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Commentary: Thailand hasn't lost its lustre with travellers. There are many undiscovered sights

A recent news report suggests the trade war has had a huge impact on popular beach destinations like Phuket but now might be a good time to score a bargain trip to other, unseen parts of the country, says Termsak Chalermpalanupap.

Commentary: Thailand hasn't lost its lustre with travellers. There are many undiscovered sights

Phi Phi Islands, Thailand. (Photo: Unsplash/Kevin Bosc)

SINGAPORE: Thailand in general and Bangkok in particular are well known to tourists from all around the world.  

The country has for years been ranked among the world’s top 20 tourist destinations. 

Bangkok rings in huge travel dollars among the world’s top five cities for tourism according to annual rankings by Mastercard – in some years, like 2019, even occupying the top position - rivalling Paris, London, Tokyo and Dubai.


Last year, Thailand welcomed 38.27 million tourists, slightly more than half of the country’s population.

Tourists queue to check in at Suvarnabhumi International Airport in Bangkok, Thailand, January 16, 2018. (Photo: Reuters/Athit Perawongmetha)

In 2019, projections suggest that number may exceed 40 million for the first time.

That might not sound like a lot but this whopping figure is more than twice the number of visitors to Singapore in 2018, of about 16.9 million.

Chinese made up the largest group of tourists visiting Thailand in 2018, coming in at 10 million. 

READ: Commentary: Is China using tourists to extend its overseas influence?

But the ongoing trade war between China and the US may have some dampening impact on the Chinese economy, and thereby reduce the number of Chinese travellers leaving their country for a bit of a holiday this year.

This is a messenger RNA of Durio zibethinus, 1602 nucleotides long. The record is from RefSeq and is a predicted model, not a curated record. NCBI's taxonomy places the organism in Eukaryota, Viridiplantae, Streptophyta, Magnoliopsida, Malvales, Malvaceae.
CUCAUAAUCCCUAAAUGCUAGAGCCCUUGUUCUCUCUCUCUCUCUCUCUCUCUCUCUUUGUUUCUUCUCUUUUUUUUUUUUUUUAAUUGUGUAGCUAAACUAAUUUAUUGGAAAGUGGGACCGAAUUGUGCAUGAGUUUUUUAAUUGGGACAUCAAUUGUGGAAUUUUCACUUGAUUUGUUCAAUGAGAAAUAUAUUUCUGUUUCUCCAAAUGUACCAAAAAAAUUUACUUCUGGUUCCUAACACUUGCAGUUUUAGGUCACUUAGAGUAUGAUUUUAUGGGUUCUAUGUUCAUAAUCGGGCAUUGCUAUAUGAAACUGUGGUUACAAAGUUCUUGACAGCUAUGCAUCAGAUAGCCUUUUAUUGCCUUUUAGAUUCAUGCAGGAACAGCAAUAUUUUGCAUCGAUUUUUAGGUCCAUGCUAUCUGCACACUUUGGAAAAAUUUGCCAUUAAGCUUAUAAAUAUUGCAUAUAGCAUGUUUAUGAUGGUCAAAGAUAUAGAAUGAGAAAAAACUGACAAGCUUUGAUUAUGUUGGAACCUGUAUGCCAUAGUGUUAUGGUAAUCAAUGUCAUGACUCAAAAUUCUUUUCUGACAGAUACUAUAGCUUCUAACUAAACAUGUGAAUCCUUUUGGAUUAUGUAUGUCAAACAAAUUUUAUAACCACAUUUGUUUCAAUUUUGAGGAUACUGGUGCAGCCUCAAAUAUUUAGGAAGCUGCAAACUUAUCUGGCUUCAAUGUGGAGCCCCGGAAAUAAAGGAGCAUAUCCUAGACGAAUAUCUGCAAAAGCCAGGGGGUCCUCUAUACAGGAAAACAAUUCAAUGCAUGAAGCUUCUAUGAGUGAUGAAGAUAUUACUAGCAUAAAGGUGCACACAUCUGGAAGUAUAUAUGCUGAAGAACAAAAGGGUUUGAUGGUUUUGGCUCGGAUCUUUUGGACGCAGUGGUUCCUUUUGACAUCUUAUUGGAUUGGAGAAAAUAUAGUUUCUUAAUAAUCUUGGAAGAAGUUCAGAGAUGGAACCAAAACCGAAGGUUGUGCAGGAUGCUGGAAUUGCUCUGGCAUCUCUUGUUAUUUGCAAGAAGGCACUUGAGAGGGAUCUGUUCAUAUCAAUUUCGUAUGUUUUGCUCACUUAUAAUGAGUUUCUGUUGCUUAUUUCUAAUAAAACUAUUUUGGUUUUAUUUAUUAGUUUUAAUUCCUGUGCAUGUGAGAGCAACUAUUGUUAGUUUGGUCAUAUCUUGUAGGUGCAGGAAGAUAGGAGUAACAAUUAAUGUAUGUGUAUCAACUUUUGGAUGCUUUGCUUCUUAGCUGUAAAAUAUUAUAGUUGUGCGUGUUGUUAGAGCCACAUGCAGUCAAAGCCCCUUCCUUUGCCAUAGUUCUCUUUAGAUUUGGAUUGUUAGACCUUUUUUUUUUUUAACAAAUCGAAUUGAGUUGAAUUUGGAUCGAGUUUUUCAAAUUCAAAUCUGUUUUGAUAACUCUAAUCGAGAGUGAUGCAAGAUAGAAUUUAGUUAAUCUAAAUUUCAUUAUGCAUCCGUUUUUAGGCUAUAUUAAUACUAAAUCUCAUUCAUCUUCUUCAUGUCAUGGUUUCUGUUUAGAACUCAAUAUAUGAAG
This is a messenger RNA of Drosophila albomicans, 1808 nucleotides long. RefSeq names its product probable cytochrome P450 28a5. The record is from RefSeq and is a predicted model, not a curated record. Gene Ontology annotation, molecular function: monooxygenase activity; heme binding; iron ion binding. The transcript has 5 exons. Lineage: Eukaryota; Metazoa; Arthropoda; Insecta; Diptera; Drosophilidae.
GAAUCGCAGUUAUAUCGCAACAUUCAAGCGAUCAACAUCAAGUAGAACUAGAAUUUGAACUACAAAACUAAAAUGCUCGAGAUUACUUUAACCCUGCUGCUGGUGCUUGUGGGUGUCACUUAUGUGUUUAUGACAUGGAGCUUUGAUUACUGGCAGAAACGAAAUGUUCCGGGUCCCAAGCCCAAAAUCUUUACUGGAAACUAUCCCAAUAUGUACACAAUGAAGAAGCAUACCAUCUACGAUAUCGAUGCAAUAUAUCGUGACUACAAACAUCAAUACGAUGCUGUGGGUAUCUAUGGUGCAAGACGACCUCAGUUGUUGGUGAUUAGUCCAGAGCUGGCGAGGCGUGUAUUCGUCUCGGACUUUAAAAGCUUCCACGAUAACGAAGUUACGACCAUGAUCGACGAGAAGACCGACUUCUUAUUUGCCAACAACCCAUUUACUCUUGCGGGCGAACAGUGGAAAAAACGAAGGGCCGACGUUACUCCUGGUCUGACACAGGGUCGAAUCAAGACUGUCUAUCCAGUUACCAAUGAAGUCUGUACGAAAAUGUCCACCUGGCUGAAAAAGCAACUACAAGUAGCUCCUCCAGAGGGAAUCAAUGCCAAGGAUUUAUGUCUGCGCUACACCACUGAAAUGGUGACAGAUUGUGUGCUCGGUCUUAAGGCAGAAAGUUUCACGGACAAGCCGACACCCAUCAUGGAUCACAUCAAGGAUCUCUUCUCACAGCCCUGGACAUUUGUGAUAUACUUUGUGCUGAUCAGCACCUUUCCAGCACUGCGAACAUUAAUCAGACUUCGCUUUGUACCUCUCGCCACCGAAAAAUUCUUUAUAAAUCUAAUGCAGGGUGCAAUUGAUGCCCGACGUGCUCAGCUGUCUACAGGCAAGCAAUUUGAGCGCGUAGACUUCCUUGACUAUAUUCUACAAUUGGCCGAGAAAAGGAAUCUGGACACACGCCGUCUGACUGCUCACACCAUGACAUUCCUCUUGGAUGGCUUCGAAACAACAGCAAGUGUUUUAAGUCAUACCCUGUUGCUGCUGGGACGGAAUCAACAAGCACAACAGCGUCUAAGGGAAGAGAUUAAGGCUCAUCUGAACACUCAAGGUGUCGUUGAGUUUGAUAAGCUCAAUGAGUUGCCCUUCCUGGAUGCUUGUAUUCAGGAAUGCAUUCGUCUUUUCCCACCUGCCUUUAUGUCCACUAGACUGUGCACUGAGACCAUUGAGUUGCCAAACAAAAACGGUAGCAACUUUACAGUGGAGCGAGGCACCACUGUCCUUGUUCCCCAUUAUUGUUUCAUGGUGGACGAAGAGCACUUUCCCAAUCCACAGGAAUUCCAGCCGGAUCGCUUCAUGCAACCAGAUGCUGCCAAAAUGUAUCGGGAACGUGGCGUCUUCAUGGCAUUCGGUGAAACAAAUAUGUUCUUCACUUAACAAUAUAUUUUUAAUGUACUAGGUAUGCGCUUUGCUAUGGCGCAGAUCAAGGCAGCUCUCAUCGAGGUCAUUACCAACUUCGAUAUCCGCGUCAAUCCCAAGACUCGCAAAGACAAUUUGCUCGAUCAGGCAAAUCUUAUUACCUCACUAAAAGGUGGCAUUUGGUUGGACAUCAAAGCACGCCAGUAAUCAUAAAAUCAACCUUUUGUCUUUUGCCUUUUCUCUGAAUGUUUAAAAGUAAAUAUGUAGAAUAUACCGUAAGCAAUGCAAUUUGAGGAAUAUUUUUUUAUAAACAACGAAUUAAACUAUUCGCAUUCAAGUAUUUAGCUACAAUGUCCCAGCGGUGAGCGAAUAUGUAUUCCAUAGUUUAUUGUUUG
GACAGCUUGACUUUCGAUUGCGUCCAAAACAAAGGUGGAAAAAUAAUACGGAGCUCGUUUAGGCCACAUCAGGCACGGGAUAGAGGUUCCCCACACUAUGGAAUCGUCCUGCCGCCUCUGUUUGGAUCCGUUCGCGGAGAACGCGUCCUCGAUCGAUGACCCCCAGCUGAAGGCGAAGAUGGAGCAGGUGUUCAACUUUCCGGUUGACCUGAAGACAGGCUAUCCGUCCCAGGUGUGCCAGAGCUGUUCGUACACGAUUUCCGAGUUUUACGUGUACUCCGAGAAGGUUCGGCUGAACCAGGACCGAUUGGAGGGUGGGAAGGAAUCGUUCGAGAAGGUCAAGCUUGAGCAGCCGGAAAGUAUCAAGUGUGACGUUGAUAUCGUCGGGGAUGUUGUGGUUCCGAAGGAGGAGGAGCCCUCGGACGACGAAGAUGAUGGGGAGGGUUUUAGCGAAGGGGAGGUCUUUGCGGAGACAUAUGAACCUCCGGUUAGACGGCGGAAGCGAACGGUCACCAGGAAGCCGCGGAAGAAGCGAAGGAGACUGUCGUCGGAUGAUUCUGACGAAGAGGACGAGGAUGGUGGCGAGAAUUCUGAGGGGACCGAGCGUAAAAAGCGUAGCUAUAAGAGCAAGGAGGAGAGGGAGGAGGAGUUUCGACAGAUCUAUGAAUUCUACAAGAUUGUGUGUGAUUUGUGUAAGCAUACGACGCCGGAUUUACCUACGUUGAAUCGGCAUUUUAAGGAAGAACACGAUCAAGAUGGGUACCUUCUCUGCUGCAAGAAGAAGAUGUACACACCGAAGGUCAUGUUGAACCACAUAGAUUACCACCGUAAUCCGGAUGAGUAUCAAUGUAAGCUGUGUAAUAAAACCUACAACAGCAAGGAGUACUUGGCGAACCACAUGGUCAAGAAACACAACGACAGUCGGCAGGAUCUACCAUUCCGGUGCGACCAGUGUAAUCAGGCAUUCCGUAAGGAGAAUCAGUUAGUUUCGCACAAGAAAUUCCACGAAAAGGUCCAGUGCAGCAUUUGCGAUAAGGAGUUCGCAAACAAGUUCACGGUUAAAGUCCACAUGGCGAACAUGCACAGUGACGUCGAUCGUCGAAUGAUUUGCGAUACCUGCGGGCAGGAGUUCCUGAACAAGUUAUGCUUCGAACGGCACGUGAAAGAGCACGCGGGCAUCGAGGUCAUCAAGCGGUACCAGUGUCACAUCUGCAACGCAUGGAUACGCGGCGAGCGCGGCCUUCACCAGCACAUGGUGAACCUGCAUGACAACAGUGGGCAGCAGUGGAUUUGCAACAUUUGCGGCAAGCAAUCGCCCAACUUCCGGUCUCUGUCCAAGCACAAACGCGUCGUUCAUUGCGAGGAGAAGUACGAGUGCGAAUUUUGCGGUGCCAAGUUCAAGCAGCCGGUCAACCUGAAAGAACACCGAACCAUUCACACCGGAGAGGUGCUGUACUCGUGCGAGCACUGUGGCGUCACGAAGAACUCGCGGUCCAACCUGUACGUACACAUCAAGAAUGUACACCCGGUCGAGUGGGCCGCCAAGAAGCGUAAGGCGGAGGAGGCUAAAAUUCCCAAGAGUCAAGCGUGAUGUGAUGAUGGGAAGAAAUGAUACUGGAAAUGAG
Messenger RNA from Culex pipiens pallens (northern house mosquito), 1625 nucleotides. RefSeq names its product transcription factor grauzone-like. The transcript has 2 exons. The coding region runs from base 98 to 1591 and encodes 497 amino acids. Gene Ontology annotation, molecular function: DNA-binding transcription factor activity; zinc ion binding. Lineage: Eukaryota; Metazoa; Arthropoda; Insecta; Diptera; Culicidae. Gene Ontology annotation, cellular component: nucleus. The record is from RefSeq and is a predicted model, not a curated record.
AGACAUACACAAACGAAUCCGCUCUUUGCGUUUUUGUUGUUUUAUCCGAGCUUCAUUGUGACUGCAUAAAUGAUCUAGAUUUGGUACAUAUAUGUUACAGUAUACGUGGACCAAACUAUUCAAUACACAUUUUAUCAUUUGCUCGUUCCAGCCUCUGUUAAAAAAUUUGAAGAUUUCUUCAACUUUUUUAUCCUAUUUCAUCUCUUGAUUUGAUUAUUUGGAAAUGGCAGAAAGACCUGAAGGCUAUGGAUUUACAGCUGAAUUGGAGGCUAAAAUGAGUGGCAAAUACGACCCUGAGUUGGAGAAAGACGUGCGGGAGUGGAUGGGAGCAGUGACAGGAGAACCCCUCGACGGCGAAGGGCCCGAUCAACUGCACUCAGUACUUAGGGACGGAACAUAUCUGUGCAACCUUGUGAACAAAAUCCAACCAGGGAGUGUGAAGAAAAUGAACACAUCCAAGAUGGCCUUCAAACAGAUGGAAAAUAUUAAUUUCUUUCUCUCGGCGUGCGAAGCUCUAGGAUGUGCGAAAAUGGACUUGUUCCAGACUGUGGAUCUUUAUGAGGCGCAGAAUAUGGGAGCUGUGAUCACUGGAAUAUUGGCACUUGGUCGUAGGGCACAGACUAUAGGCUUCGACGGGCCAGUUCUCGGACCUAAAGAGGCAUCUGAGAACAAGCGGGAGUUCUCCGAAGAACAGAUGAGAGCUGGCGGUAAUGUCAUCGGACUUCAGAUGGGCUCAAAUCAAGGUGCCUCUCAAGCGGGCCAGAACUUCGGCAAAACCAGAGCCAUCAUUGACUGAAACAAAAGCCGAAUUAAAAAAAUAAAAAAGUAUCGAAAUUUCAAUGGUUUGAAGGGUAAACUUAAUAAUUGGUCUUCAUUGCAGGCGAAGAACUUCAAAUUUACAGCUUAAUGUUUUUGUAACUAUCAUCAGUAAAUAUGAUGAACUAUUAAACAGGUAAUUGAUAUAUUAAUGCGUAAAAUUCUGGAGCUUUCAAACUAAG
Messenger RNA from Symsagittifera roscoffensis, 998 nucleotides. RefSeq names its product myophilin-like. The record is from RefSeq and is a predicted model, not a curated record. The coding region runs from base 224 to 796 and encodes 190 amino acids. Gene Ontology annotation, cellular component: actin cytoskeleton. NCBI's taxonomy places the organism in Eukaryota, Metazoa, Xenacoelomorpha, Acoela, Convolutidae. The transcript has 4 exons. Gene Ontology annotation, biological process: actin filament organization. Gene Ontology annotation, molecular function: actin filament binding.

A recent news report suggests the trade war has had a huge impact on popular beach destinations like Phuket, as the resort town braces for that rare slump.

READ: Robust baht, travel trends rattle Thai tourism market

But this news of emptier-than-usual beaches may be a boon to Singaporean travellers wanting to spend some quality time with family and friends in Thailand, away from the city-state’s hustle-and-bustle, and keen to score a bargain from freshly slashed room rates.

In fact, for Singaporeans, who may have travelled to Bangkok many times over, now is the time to check out “unseen Thailand”.

Phuket, Thailand. (Unsplash/Bao Menglong)


About 1 million Singaporeans visit Thailand each year, no doubt an easy destination to head off to when the country is a mere two-hour flight away from Changi Airport.

READ: Need some travel ideas for 2020? Put these five destinations on your bucket list

This number may dip slightly below 1 million this year, owing to the economic slowdown in Singapore, as people tighten their belts. 

Apart from Bangkok, the favourite Thai destination for most Singaporeans, most of whom have travelled to Thailand more than once, include Phuket, Chiang Mai and Pattaya.

Younger travellers tend to be more sophisticated in their search and planning, and prefer to organise their own self-guided adventure. Some can even go solo; others just love roughing it out with a close friend or a loved one.